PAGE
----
Round the block: Smart ED electric car test drive

14 September 2009

Smart EDWe are back at Millbrook Proving Ground, and at last we have a chance to try the Smart Electric Drive – alas a very brief chance, and on the low-speed “city” circuit of tight twists and turns, not on Millbrook’s famous high-speed bowl or hill circuit.

It’s a dazzling day and the glassy Smart is cultivating a greenhouse effect of its own inside. There’s no aircon to tame the September heat.

Next year’s second-generation Smart ED will feature a Tesla-developed battery pack, but our car is the first-generation model. It is based on the facelifted original ForTwo (or City Coupe as it used to be called) fitted with an electric drive system by British firm Zytek. This uses sodium-nickel chloride batteries bolted under the seats, and a 55kW (74bhp) motor replacing the usual three-pot petrol engine at the rear.

From the driver’s seat the car is virtually unchanged from standard. There’s even a (non functional) fuel gauge among the instruments.

Smart ED instrumentsOne of the Shrek-ear pods that sprouts from the dashboard now displays remaining battery capacity. Unusually for an electric vehicle, this is an analogue clock – its plastic hand pointing to about 80% as we clapped eyes on it. There is no attempt to translate this reserve capacity into useful range – that’s left as an exercise for the driver.

Smart quotes 72 miles between charges, and eight hours for a full charge.

The ignition key slots into the centre console next to the handbrake. Ahead is the stubby, joystick-like transmission lever. This has a gate shaped like an inverted “L” – to the left for drive, to the right for neutral, and back for reverse. It has a nice, mechanical feel to it.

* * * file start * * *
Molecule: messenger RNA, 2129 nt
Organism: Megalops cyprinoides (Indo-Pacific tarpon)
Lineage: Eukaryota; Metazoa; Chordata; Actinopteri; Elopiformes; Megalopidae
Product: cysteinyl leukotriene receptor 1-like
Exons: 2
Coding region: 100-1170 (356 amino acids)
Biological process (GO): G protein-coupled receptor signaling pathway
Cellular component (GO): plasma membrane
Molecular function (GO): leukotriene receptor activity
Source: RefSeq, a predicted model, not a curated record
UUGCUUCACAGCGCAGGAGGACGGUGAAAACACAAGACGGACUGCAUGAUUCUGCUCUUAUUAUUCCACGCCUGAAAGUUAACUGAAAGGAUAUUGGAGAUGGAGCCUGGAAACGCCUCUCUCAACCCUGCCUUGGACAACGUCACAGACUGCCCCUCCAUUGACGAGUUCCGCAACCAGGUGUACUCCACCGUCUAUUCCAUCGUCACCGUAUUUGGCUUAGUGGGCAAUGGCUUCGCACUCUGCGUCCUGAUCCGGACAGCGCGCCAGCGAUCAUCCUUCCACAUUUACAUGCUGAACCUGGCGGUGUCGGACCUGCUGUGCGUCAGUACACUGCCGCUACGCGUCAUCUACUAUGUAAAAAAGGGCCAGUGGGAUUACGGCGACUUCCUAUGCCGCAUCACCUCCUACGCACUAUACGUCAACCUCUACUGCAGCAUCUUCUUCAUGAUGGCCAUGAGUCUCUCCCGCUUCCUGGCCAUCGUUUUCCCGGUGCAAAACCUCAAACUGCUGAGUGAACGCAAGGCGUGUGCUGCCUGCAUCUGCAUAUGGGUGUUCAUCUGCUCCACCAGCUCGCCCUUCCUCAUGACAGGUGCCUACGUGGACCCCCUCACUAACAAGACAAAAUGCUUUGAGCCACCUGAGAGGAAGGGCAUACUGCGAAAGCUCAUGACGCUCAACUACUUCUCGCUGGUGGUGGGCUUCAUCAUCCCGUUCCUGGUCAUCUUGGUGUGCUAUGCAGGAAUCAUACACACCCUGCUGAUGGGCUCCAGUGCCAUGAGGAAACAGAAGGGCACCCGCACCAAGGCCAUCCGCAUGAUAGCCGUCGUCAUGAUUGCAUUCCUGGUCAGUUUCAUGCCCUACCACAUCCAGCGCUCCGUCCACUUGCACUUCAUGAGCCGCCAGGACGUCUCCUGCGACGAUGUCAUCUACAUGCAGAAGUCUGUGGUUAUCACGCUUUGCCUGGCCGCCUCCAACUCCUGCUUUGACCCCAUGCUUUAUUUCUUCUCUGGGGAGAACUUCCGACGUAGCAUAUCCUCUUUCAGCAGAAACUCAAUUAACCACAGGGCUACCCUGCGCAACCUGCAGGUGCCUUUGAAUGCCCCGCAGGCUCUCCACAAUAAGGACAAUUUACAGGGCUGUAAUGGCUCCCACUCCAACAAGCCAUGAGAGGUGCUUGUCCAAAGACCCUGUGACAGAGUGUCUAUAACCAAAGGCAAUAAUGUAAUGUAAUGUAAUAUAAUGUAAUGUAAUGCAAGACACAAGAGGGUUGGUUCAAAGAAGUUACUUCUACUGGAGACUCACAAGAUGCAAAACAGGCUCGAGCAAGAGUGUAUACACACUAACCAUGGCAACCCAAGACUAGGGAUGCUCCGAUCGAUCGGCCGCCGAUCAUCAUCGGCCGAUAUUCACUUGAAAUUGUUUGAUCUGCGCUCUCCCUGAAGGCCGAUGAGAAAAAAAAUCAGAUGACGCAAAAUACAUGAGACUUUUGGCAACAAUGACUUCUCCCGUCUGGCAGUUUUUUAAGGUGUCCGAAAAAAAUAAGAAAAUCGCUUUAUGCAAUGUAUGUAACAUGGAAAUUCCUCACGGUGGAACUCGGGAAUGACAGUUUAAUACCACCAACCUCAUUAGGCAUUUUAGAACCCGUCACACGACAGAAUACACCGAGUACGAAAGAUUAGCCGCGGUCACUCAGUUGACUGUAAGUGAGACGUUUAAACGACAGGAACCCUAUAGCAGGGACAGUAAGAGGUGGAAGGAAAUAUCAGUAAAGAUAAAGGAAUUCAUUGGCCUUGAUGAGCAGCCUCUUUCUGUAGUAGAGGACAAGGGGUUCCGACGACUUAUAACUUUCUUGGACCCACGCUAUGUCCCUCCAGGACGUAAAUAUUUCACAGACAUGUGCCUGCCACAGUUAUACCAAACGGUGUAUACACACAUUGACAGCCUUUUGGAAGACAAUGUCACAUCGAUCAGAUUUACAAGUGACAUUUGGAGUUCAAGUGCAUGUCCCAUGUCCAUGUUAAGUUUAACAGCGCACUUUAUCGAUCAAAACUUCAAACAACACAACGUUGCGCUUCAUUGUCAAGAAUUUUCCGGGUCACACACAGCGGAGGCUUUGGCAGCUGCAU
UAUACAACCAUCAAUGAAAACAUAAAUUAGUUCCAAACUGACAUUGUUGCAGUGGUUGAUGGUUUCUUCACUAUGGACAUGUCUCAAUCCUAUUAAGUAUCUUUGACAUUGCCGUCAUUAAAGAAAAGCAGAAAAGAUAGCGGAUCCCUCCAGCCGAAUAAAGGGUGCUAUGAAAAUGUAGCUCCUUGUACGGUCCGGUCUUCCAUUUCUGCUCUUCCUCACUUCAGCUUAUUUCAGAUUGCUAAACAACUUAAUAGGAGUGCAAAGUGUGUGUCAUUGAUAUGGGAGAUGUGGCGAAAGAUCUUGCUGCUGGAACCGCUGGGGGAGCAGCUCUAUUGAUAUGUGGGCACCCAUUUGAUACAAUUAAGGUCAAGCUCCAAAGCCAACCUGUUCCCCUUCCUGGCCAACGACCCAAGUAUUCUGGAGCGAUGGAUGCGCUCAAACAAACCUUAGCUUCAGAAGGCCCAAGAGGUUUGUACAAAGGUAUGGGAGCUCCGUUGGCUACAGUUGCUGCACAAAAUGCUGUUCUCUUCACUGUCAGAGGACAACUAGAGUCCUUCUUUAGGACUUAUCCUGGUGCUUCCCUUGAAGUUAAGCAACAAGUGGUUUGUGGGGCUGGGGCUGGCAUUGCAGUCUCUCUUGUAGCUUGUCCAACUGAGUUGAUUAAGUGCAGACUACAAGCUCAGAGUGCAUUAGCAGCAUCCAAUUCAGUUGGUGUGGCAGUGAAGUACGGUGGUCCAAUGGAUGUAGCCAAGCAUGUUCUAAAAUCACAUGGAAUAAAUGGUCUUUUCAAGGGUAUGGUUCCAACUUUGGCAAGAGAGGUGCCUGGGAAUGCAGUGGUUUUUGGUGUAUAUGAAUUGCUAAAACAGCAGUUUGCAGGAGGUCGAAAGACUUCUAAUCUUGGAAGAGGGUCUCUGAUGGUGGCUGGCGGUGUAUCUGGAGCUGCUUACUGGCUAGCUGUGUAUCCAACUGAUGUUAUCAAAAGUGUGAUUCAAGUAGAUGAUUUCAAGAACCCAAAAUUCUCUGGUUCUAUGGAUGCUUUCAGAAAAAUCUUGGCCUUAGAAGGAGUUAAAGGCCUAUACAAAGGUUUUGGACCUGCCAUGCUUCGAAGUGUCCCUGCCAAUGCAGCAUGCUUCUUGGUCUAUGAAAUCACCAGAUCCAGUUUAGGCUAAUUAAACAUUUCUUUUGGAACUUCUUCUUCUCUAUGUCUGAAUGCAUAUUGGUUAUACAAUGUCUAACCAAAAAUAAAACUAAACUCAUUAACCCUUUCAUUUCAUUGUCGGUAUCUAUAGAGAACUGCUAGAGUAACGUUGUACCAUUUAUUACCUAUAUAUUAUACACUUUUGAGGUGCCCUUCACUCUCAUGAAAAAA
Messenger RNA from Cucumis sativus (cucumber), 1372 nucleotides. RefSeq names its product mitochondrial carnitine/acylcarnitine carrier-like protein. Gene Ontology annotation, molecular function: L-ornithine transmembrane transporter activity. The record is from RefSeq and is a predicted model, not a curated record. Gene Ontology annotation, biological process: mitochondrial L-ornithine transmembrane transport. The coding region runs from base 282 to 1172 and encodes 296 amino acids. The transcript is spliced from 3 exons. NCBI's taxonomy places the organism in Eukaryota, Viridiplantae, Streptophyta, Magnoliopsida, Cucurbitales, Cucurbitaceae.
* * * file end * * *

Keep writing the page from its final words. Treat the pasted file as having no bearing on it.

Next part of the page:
Once switched on and ready to go, the motionless ED is not silent – there’s a quiet but noticeable thrumming noise coming from the power pack behind you, and a faint vibration you can feel through the brake pedal.

There’s a slight hesitation between pressing the accelerator and the Smart deciding to get up and go from a standstill. In an ordinary Smart, this could be blamed on the oft-criticised automatic transmission, but that can’t be the culprit here, as the ED has only one constantly-engaged ratio. The delay is not enough of a cough to get you T-boned at a junction, but just enough to make you think you might. Throttle response once on the move is instant, though.

At low speed, the unassisted steering felt reasonable light and direct, and speed was easy to modulate accurately.

There is a distinct squeak from the drivetrain as you set off, and more whine from the motor than we’ve heard in other electric cars. This singing from the Smart’s oily bits rises in concert with road speed, and here the ED is impressive. It is a quicker car than you actually need for city driving, between zero and 40mph at least.

Smart quotes a 0-30mph time of 6.5 seconds, which feels about right, while Zytek says the motor should be good for about 75mph. Smart has electronically capped progress at 60mph. It feels safe, solid and serene at speed, with no rattles or squeaks.

On our bone-dry test surface we failed to provoke understeer, and the firm suspension kept roundabout lean angles to a minimum. We suspect the central, low-slung battery gives a better weight distribution to the normally rear-biased ForTwo, together with a helpfully lower centre of gravity. Around corners and roundabouts, the car felt secure and very safe.

As long as you never turn left, that is. The combination of a relatively low header rail and a high seat base meant the rear-view mirror created a monster blind spot for us just where the road needed to be on sweeping left-handers. If the car were ours, we’d be seriously tempted to wrench the rear-view off entirely and rely on the door mirrors alone.

All in all, we liked the Smart ED more than we thought we might. It’s not perfect by any means – the tiny boot, poor driving position and low-speed hesitancy are distinctly black marks. But it feels solid and well-engineered and would probably keep you alive in a crash.

Would we buy one? Cost will be the issue – and for the production ED that remains to be seen.

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